For nearly 18 years, the “Don't Ask, Don't Tell” policy, known in short as DADT, has been in effect. Although the military has loosened restrictions on most requirements, even allowing felons to join, homosexual and bisexual men and women are still not allowed to openly serve.
Since President Clinton signed DADT, the military has discharged over 13,650 service men and women, 6,510 of them since the September 11th attacks alone. It has been estimated that due to this policy the military has spent $363 million dollars in replacing discharged troops, some of which were fluent Arabic speakers. At a time when military enrollment is down across the board, it is a travesty that American men and women are being discharged for simply loving someone of the same sex.
However, at the end of last year, President Barack Obama signed into law a repeal of DADT. Last Friday, Defense Secretary Leon Panetta and the Joint Chiefs “certified that the military is ready to end DADT, the policy preventing gays from openly serving.”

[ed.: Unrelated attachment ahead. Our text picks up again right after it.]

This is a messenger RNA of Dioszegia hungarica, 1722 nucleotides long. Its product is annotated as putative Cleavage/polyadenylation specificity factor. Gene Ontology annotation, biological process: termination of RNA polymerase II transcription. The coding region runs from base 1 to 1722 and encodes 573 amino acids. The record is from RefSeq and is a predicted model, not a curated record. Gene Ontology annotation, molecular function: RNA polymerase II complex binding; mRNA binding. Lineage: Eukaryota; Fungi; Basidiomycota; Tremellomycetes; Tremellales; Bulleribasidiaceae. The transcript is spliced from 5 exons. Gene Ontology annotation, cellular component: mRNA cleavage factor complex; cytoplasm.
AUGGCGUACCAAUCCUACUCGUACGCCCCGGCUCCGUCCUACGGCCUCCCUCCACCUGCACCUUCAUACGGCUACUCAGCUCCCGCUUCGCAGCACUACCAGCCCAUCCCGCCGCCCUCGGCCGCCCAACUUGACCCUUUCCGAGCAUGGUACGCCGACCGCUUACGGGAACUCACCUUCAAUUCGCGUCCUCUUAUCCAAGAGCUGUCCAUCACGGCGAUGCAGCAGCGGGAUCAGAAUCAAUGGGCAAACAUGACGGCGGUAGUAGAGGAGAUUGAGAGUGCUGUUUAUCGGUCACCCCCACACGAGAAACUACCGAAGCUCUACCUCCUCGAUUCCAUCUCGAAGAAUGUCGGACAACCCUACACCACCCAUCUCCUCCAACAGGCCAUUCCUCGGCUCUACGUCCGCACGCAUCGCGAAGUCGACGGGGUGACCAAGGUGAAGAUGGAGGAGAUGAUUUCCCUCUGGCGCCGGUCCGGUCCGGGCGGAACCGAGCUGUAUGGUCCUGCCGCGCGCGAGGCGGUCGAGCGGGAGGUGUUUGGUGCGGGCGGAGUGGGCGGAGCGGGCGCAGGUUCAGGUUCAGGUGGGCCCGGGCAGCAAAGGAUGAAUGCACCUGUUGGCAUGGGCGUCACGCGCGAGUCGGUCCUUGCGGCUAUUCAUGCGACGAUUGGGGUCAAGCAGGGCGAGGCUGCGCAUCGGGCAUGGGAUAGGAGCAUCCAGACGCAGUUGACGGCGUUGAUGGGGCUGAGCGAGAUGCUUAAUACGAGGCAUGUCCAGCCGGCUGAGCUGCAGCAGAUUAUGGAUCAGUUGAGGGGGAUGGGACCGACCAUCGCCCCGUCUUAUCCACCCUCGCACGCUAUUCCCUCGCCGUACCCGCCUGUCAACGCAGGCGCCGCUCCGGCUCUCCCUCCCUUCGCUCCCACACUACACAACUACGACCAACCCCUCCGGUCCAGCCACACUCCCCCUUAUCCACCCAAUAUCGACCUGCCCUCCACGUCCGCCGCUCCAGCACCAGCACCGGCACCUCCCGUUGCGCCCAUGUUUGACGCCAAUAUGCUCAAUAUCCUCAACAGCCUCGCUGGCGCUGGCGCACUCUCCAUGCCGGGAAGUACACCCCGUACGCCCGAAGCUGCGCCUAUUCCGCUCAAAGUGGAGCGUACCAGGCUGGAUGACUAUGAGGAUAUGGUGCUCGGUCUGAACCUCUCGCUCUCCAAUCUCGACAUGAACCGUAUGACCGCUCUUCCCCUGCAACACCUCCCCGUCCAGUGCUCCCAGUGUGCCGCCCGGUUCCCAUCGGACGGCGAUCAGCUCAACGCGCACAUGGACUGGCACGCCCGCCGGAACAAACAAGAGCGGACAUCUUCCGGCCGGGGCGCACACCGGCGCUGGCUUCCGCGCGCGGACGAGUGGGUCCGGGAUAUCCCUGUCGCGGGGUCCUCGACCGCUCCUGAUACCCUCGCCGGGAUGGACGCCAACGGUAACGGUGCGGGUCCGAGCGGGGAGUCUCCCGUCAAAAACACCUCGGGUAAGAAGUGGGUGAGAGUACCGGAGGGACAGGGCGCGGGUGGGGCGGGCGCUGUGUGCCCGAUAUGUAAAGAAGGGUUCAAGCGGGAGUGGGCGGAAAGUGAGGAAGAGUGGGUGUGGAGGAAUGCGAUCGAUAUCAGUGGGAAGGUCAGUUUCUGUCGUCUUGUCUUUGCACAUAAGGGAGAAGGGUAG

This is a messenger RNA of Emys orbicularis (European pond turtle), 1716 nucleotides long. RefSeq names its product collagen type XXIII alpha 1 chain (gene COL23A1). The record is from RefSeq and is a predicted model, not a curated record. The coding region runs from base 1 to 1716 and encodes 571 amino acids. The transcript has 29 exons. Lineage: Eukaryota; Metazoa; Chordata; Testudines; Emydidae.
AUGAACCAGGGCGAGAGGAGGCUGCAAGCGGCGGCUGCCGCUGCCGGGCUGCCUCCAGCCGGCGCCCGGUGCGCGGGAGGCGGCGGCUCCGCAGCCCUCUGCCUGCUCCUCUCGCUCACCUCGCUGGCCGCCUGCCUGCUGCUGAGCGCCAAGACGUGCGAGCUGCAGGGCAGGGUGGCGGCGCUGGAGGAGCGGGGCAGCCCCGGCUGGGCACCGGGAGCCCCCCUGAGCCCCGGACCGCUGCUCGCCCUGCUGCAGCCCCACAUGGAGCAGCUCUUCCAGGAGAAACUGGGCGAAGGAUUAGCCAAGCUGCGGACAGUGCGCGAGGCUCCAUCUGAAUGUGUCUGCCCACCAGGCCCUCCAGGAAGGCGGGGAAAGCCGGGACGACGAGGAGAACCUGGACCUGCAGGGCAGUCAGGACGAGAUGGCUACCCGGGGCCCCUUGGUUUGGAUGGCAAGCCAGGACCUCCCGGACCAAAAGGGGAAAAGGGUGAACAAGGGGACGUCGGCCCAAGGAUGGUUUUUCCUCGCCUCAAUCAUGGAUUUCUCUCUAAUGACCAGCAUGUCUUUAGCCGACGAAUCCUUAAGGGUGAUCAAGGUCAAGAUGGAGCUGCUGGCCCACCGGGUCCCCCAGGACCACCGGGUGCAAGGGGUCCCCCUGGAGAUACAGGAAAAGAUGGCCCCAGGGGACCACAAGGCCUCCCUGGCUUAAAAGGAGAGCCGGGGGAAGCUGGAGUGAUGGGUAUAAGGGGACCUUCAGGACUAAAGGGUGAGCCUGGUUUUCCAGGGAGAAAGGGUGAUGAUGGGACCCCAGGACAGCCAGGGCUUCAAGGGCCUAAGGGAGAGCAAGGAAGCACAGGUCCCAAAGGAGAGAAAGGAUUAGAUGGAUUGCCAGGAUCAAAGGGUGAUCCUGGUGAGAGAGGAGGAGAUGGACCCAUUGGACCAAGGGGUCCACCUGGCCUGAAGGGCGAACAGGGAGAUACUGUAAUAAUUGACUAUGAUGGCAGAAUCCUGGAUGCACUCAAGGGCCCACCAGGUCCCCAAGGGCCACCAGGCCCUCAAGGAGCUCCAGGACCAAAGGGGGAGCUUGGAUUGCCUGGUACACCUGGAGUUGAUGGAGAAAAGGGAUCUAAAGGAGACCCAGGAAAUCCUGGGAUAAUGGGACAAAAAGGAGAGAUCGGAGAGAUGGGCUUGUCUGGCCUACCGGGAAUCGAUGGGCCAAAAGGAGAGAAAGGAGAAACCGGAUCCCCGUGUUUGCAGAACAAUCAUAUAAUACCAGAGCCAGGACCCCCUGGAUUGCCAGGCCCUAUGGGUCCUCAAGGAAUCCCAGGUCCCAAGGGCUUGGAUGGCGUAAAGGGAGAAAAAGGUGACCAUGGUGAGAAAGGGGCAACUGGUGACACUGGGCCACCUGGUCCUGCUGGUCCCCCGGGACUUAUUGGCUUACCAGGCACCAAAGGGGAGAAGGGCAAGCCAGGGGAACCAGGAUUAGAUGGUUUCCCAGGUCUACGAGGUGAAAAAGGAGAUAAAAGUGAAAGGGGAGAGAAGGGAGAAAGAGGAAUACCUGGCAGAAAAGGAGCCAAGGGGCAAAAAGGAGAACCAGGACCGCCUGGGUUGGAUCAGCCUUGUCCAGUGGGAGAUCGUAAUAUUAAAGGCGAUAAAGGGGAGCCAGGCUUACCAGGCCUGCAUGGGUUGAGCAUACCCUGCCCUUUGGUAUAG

Each member of the Joint Chiefs have submitted a report to Panetta stating that they believe that the military is ready for such changes and that there will be no impact on military readiness. The next step is for Obama to certify the repeal. This will start a 60-day waiting period before DADT is gone once and for all.
Recent military polls have shown that a large majority of personal are more than okay with allowing gays to openly serve right along with them. In fact, 70% of all the military personnel polled believe that repealing DADT will either have a positive impact or no impact at all on unit cohesion. However, 60% of Marine Corps personnel said that repealing the ban would be negative.
One group that is still trying to combat the repealing of DADT is the Southern Baptist Convention. They have threatened that if DADT is repealed, they will revoke their support of military chaplains from their churches. They site that repealing DADT would “make it impossible for chaplains whose faith teaches that same-sex behavior is immoral to minister to military service members.” The Roman Catholic Church has also called for DADT’s retention but has no intent on pulling their priests from being chaplains. Despite this, many other churches consider the repealing of the policy a “non-event” or “non-issue.With DADT to end soon, the gay rights movement has won a swift and long-coming victory. As an openly gay American I am proud that my country has made this huge leap forward for equality.